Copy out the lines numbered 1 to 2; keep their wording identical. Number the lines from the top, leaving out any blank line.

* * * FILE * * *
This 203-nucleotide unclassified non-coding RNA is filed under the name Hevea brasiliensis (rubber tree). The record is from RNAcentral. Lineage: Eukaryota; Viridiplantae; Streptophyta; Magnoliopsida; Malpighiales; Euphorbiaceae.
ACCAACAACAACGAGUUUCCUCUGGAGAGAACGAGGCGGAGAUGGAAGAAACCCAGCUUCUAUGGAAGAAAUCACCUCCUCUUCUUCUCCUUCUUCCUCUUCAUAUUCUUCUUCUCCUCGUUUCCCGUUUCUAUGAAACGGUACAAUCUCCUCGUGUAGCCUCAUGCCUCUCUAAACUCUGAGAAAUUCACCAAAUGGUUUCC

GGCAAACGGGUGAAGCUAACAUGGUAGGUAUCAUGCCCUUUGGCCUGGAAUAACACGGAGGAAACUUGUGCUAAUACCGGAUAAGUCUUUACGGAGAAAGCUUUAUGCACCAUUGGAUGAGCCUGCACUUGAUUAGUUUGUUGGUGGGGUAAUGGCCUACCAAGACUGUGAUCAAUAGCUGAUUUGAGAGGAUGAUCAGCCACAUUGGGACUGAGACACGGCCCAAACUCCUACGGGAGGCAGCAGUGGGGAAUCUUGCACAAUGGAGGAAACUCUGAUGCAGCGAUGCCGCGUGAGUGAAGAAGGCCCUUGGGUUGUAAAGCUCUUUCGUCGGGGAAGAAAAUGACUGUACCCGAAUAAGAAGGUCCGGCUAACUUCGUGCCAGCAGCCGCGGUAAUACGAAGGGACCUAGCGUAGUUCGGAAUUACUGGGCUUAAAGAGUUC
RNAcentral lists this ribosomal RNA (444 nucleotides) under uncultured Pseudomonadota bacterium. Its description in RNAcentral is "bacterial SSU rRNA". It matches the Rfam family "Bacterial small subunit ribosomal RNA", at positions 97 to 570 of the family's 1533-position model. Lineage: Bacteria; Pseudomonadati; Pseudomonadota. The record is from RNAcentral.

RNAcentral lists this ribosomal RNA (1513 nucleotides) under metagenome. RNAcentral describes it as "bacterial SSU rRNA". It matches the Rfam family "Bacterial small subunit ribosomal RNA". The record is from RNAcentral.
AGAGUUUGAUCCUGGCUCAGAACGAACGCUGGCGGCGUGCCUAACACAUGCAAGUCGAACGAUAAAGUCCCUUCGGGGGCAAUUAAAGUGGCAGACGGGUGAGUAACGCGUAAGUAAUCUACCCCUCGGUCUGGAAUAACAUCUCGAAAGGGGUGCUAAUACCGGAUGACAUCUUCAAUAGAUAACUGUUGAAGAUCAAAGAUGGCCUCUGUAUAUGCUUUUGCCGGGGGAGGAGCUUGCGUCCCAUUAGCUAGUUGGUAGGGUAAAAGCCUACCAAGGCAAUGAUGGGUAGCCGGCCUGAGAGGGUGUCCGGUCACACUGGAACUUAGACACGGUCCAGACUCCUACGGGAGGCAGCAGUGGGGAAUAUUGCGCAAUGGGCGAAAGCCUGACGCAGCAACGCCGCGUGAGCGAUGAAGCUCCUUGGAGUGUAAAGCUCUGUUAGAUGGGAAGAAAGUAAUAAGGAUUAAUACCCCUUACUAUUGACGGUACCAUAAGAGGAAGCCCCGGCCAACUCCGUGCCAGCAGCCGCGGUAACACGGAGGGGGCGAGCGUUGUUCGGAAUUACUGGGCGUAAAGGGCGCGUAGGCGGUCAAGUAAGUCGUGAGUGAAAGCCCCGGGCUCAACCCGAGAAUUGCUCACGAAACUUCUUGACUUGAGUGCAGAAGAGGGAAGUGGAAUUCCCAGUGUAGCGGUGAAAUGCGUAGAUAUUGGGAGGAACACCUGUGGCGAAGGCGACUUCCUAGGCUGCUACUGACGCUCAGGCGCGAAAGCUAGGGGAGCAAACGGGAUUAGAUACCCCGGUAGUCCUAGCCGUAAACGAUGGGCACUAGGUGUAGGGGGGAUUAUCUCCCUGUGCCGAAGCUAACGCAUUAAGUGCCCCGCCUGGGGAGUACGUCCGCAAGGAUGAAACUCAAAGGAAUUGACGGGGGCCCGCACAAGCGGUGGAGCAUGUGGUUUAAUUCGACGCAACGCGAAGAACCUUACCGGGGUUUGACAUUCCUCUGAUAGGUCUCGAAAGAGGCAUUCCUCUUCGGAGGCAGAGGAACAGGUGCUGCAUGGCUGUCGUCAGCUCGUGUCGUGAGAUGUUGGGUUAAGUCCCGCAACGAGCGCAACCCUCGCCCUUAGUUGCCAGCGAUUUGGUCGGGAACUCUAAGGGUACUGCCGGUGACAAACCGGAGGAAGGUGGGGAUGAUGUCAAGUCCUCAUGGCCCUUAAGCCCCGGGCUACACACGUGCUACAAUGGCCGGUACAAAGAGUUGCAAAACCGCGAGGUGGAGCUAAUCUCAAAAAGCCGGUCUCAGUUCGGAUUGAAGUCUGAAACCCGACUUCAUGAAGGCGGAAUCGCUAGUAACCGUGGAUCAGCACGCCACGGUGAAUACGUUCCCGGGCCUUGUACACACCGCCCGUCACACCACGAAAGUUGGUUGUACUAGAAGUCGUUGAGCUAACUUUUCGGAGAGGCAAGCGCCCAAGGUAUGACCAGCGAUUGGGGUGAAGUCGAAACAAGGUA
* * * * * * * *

This 203-nucleotide unclassified non-coding RNA is filed under the name Hevea brasiliensis (rubber tree). The record is from RNAcentral. Lineage: Eukaryota; Viridiplantae; Streptophyta; Magnoliopsida; Malpighiales; Euphorbiaceae.
ACCAACAACAACGAGUUUCCUCUGGAGAGAACGAGGCGGAGAUGGAAGAAACCCAGCUUCUAUGGAAGAAAUCACCUCCUCUUCUUCUCCUUCUUCCUCUUCAUAUUCUUCUUCUCCUCGUUUCCCGUUUCUAUGAAACGGUACAAUCUCCUCGUGUAGCCUCAUGCCUCUCUAAACUCUGAGAAAUUCACCAAAUGGUUUCC